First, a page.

Poison Information and Advice

 

There are many items in and around the house that can be highly toxic to pets, even in very small quantities. These are often day-to-day items in plain sight that you wouldn’t necessarily consider dangerous.

Preventing poisoning in the home: 

● Keep all medicines out of reach—preferably in a locked kitchen cupboard 

● Keep human and veterinary medicines separate 

● Never give animals medicines intended for human use—only medicines prescribed by your vet 

● Some foods (for example, chocolate, onions, grapes, raisins, sultanas, avocados, certain nuts, liquorice, xylitol-sweetened foods and sweets) can be toxic. Do not allow animals access to foods intended for human consumption. Pets should only be given food and treats formulated for animals 

● Some plants are hazardous (for example, lilies to cats, daffodils)—keep houseplants and floral displays out of reach of pets 

● Restrict access to cleaning, DIY and car products (for example, fuels, antifreeze, white spirit and lubricating oils).

Preventing poisoning in the garden or open spaces: 

● Prevent access to gardens where pesticides or fertilisers have recently been used, especially slug pellets and rodent baits. Access to such baits can be reduced by placing them in narrow tubes etc. 

● Keep pesticides/herbicides in a safe and inaccessible place—away from all pets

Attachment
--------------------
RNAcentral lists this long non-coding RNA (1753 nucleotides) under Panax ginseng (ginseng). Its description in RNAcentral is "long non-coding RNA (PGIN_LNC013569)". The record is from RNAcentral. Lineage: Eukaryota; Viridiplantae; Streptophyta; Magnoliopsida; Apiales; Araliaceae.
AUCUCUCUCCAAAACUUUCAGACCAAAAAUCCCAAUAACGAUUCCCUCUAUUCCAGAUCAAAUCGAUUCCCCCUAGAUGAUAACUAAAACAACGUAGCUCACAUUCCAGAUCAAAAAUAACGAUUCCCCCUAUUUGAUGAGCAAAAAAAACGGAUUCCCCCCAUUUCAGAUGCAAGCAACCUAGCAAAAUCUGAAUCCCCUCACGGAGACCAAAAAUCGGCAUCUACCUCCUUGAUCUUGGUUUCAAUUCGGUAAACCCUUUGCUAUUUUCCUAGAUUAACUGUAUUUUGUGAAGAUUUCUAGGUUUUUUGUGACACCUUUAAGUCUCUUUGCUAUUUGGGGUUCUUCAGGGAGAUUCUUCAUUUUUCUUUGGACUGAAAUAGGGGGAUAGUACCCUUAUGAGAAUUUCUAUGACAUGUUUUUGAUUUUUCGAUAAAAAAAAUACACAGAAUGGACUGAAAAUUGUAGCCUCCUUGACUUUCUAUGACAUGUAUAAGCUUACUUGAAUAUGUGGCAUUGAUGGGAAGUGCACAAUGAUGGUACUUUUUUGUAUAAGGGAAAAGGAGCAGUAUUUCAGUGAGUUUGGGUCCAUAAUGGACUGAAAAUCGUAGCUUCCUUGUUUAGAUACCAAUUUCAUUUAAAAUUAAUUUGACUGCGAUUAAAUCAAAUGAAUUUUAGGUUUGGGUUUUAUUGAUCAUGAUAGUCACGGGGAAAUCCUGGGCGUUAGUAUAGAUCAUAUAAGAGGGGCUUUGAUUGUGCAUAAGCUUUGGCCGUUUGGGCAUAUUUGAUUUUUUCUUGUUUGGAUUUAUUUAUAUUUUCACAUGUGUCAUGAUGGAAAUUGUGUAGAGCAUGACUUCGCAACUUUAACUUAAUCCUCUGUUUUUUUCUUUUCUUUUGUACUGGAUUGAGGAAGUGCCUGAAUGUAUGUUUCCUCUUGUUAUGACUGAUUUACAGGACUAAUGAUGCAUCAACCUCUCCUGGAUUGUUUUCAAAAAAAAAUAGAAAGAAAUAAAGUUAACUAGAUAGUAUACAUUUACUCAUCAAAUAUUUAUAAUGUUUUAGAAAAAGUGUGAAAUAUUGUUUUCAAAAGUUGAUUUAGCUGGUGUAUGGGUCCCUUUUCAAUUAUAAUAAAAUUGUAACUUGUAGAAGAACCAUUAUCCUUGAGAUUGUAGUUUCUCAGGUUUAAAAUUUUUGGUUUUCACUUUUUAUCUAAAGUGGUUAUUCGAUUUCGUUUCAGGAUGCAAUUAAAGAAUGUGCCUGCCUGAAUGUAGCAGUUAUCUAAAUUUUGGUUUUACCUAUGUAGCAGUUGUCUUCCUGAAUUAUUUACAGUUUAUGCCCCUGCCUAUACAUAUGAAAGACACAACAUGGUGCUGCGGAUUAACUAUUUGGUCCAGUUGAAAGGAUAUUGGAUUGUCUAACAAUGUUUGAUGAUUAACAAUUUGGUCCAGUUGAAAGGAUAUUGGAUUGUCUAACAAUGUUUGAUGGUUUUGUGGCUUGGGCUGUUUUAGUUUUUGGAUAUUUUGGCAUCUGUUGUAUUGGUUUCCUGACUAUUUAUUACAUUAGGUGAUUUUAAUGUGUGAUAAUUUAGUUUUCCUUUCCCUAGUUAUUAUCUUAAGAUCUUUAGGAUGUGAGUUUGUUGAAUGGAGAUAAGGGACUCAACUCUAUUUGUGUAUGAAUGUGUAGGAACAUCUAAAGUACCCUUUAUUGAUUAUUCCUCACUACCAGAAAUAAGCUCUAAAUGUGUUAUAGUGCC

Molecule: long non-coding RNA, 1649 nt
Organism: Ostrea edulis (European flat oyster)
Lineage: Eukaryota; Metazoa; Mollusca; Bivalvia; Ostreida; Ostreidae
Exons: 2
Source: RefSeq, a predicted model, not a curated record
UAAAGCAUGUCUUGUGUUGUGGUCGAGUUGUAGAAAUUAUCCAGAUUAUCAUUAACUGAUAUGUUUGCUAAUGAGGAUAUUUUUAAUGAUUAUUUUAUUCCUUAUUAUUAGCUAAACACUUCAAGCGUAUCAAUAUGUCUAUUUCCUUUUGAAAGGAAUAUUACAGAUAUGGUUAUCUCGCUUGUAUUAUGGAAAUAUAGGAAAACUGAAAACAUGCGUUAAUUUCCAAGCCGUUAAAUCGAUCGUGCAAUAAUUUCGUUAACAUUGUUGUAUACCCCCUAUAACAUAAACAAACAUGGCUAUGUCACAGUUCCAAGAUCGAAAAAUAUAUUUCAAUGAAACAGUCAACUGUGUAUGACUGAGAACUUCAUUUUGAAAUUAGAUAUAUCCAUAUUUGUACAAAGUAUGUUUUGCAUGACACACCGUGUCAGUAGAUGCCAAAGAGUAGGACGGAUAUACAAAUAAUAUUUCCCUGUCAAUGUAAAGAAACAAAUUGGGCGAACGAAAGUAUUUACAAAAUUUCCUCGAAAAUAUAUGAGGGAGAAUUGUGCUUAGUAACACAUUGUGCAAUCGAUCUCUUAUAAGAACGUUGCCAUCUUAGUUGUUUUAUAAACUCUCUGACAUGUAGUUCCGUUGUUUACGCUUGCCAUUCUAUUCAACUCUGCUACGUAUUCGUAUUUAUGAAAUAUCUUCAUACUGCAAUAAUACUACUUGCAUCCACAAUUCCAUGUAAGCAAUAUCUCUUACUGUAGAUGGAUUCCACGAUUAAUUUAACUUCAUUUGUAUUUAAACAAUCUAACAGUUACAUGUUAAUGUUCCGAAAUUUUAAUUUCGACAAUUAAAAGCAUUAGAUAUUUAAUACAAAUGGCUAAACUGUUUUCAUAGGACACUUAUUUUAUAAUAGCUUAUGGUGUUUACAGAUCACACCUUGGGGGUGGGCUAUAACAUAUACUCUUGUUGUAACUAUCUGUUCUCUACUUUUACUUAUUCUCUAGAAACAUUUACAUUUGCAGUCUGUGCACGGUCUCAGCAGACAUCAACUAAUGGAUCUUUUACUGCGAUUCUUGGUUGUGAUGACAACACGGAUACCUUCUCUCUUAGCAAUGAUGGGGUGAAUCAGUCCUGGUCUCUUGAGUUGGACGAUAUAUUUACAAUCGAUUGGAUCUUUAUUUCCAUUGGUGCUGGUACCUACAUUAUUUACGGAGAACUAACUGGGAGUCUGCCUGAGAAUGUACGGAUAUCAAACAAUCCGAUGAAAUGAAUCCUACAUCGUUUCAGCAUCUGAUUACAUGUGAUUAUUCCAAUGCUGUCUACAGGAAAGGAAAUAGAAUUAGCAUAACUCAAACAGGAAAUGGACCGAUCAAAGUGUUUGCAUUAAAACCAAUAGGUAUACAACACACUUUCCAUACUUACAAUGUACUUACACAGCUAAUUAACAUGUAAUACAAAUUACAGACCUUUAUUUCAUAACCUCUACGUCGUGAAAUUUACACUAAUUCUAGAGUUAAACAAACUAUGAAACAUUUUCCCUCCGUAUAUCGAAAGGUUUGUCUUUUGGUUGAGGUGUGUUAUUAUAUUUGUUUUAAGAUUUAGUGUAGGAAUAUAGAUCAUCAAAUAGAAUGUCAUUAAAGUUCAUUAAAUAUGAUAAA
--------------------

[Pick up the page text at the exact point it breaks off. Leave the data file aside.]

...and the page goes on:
● Never leave buckets or watering cans full of mixed chemicals 

● Do not allow animals to drink from ponds/puddles that appear oily or otherwise polluted 

● Be careful not to leave plant bulbs lying around.

What to do if you think your animal has been poisoned: 

Don’t panic—remember, few cases have fatal outcomes and few poisons act very rapidly. 

● Remove your animal(s) from the source of poison—protecting yourself if necessary 

● Contact your vet for advice immediately, especially if your animal is unwell, and be ready to provide information on when, where and how poisoning occurred, as well as the quantity consumed 

● If instructed to go to the practice, take a sample of the poison and the packaging with you 

● If the skin is contaminated then wash thoroughly with WATER 

● DO NOT try to make your animal vomit—unless you are instructed to do so by your vet.

 

Common Pet Poisons

 

Chocolate - contains cocoa beans or cocoa butter which in turn contain Theobromine and Caffeine (both are methylxanthines).  Dogs are very sensitive to the effects of methylxanthines.

Signs of toxicity include hyperactivity, increased heart rate, tremors, vomiting and diarrhoea, excessive thirst, lethargy and potential death.  The effects are dose dependent and the amount depends on the type of chocolate the animal eats. Generally the more bitter the chocolate the more toxic it is.

 

Onions - a member of the Allium family - as are garlic, leeks, and shallots. They are contained in onion powder, cooked/raw onions, gravy granules, baby foods etc. They cause damage to red blood cells and result in anaemia (low blood count).